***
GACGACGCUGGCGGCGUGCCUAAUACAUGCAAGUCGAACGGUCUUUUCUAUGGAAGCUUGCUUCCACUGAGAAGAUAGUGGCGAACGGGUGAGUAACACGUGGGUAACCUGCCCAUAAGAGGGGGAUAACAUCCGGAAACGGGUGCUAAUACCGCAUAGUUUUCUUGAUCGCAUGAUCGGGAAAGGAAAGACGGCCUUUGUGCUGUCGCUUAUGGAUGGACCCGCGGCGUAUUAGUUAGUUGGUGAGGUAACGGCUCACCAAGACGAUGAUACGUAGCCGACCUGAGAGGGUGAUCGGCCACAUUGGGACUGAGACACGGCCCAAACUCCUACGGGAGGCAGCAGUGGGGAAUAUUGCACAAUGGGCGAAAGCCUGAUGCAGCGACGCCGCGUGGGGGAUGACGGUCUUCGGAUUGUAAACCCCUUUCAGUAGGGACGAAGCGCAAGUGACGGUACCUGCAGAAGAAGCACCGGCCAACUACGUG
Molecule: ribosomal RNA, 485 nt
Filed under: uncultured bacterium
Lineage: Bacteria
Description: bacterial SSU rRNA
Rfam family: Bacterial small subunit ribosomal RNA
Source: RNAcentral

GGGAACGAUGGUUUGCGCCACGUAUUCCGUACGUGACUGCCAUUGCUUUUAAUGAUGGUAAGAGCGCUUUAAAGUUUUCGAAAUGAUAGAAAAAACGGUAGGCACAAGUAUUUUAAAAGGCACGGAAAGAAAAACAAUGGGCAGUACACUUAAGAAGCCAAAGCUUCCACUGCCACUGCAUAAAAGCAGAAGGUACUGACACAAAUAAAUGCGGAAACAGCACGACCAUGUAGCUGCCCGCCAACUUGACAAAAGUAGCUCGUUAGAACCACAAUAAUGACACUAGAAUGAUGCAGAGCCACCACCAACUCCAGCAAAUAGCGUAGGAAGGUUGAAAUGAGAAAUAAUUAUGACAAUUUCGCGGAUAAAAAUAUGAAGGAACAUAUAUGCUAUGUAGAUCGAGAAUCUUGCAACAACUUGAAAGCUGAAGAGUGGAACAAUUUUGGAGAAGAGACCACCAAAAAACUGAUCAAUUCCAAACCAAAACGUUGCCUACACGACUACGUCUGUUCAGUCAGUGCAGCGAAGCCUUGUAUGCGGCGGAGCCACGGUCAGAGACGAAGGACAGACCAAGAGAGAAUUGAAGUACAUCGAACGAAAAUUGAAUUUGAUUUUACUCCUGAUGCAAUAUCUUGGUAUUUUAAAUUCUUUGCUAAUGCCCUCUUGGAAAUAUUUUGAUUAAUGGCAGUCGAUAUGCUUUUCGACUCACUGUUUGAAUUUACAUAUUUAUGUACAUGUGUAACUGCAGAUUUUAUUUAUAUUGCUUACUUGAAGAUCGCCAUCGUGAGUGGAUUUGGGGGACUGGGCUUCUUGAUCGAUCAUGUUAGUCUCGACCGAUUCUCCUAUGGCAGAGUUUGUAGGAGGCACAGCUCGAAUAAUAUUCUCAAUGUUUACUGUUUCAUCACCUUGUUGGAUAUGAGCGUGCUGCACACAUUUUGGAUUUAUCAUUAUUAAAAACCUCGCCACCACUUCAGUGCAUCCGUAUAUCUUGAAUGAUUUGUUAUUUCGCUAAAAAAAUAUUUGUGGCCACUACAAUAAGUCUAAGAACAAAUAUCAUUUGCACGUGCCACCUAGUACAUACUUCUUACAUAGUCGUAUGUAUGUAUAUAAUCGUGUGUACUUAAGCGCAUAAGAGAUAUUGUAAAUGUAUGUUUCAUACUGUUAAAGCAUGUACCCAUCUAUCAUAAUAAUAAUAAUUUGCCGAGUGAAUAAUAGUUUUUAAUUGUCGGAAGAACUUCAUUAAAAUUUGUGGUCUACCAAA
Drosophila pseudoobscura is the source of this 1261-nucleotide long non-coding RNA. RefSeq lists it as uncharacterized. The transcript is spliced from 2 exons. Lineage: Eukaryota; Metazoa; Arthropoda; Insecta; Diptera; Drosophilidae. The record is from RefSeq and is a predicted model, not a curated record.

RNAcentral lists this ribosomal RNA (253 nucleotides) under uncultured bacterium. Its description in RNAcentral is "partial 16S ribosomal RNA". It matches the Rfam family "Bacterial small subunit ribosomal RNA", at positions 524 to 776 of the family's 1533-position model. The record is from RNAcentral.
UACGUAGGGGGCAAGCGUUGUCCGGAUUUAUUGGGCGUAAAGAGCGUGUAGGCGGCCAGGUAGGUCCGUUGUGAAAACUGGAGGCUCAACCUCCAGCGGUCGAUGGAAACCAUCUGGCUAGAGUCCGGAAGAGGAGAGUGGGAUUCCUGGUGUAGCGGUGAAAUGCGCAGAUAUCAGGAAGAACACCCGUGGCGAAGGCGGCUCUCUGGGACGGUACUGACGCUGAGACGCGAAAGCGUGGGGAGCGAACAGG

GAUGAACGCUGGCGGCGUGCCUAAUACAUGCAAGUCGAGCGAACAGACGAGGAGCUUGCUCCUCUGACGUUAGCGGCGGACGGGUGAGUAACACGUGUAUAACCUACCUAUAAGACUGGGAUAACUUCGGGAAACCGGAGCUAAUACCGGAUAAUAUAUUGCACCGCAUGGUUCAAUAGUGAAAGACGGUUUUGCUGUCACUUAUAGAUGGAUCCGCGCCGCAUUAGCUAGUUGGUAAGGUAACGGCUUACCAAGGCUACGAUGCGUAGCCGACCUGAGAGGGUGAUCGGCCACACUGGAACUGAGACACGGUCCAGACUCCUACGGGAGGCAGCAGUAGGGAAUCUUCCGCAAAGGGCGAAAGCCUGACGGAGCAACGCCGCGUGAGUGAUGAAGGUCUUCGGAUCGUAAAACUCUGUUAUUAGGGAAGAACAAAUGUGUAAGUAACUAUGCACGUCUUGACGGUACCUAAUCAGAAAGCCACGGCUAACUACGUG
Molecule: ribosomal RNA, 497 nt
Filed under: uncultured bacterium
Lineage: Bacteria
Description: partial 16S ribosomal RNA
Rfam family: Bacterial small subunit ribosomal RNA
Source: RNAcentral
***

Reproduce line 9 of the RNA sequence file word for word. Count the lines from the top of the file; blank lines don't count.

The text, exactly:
Drosophila pseudoobscura is the source of this 1261-nucleotide long non-coding RNA. RefSeq lists it as uncharacterized. The transcript is spliced from 2 exons. Lineage: Eukaryota; Metazoa; Arthropoda; Insecta; Diptera; Drosophilidae. The record is from RefSeq and is a predicted model, not a curated record.